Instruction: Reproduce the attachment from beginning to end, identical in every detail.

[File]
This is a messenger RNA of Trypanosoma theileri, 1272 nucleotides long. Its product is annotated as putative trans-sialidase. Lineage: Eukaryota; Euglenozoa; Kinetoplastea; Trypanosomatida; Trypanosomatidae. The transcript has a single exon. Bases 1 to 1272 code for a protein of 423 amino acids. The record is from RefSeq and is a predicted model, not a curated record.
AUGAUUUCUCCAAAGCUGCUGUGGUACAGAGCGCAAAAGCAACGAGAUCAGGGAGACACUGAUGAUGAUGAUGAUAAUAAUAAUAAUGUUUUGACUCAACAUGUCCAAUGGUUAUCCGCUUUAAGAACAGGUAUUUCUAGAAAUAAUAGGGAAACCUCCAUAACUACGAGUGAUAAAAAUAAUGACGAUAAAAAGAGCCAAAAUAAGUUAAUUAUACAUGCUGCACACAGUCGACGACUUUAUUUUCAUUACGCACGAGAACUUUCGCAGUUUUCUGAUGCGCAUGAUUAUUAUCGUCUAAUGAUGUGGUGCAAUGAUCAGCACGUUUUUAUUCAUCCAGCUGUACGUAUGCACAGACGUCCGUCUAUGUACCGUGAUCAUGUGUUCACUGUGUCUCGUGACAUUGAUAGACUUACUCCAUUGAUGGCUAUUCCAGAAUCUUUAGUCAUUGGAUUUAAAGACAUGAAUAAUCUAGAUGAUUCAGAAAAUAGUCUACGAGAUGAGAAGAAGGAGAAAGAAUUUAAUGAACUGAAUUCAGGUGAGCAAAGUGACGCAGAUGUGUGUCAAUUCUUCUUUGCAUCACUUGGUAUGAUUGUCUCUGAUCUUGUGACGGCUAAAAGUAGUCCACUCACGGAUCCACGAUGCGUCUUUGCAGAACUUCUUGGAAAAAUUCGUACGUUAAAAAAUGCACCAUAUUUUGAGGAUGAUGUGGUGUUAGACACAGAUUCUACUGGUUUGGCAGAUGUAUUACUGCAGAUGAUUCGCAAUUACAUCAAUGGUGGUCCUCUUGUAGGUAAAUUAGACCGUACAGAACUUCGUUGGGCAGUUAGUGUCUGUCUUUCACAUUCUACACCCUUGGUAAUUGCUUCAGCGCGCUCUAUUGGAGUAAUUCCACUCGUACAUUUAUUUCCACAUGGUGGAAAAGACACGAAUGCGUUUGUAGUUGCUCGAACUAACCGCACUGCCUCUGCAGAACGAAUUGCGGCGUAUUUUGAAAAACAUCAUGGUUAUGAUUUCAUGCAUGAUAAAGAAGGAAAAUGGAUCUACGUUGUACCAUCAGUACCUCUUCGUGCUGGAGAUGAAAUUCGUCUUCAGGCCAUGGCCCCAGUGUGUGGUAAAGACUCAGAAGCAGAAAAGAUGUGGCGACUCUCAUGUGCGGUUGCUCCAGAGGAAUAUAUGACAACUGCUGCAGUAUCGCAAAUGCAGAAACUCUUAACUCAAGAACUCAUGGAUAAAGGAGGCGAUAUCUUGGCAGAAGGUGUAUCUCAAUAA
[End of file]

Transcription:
This is a messenger RNA of Trypanosoma theileri, 1272 nucleotides long. Its product is annotated as putative trans-sialidase. Lineage: Eukaryota; Euglenozoa; Kinetoplastea; Trypanosomatida; Trypanosomatidae. The transcript has a single exon. Bases 1 to 1272 code for a protein of 423 amino acids. The record is from RefSeq and is a predicted model, not a curated record.
AUGAUUUCUCCAAAGCUGCUGUGGUACAGAGCGCAAAAGCAACGAGAUCAGGGAGACACUGAUGAUGAUGAUGAUAAUAAUAAUAAUGUUUUGACUCAACAUGUCCAAUGGUUAUCCGCUUUAAGAACAGGUAUUUCUAGAAAUAAUAGGGAAACCUCCAUAACUACGAGUGAUAAAAAUAAUGACGAUAAAAAGAGCCAAAAUAAGUUAAUUAUACAUGCUGCACACAGUCGACGACUUUAUUUUCAUUACGCACGAGAACUUUCGCAGUUUUCUGAUGCGCAUGAUUAUUAUCGUCUAAUGAUGUGGUGCAAUGAUCAGCACGUUUUUAUUCAUCCAGCUGUACGUAUGCACAGACGUCCGUCUAUGUACCGUGAUCAUGUGUUCACUGUGUCUCGUGACAUUGAUAGACUUACUCCAUUGAUGGCUAUUCCAGAAUCUUUAGUCAUUGGAUUUAAAGACAUGAAUAAUCUAGAUGAUUCAGAAAAUAGUCUACGAGAUGAGAAGAAGGAGAAAGAAUUUAAUGAACUGAAUUCAGGUGAGCAAAGUGACGCAGAUGUGUGUCAAUUCUUCUUUGCAUCACUUGGUAUGAUUGUCUCUGAUCUUGUGACGGCUAAAAGUAGUCCACUCACGGAUCCACGAUGCGUCUUUGCAGAACUUCUUGGAAAAAUUCGUACGUUAAAAAAUGCACCAUAUUUUGAGGAUGAUGUGGUGUUAGACACAGAUUCUACUGGUUUGGCAGAUGUAUUACUGCAGAUGAUUCGCAAUUACAUCAAUGGUGGUCCUCUUGUAGGUAAAUUAGACCGUACAGAACUUCGUUGGGCAGUUAGUGUCUGUCUUUCACAUUCUACACCCUUGGUAAUUGCUUCAGCGCGCUCUAUUGGAGUAAUUCCACUCGUACAUUUAUUUCCACAUGGUGGAAAAGACACGAAUGCGUUUGUAGUUGCUCGAACUAACCGCACUGCCUCUGCAGAACGAAUUGCGGCGUAUUUUGAAAAACAUCAUGGUUAUGAUUUCAUGCAUGAUAAAGAAGGAAAAUGGAUCUACGUUGUACCAUCAGUACCUCUUCGUGCUGGAGAUGAAAUUCGUCUUCAGGCCAUGGCCCCAGUGUGUGGUAAAGACUCAGAAGCAGAAAAGAUGUGGCGACUCUCAUGUGCGGUUGCUCCAGAGGAAUAUAUGACAACUGCUGCAGUAUCGCAAAUGCAGAAACUCUUAACUCAAGAACUCAUGGAUAAAGGAGGCGAUAUCUUGGCAGAAGGUGUAUCUCAAUAA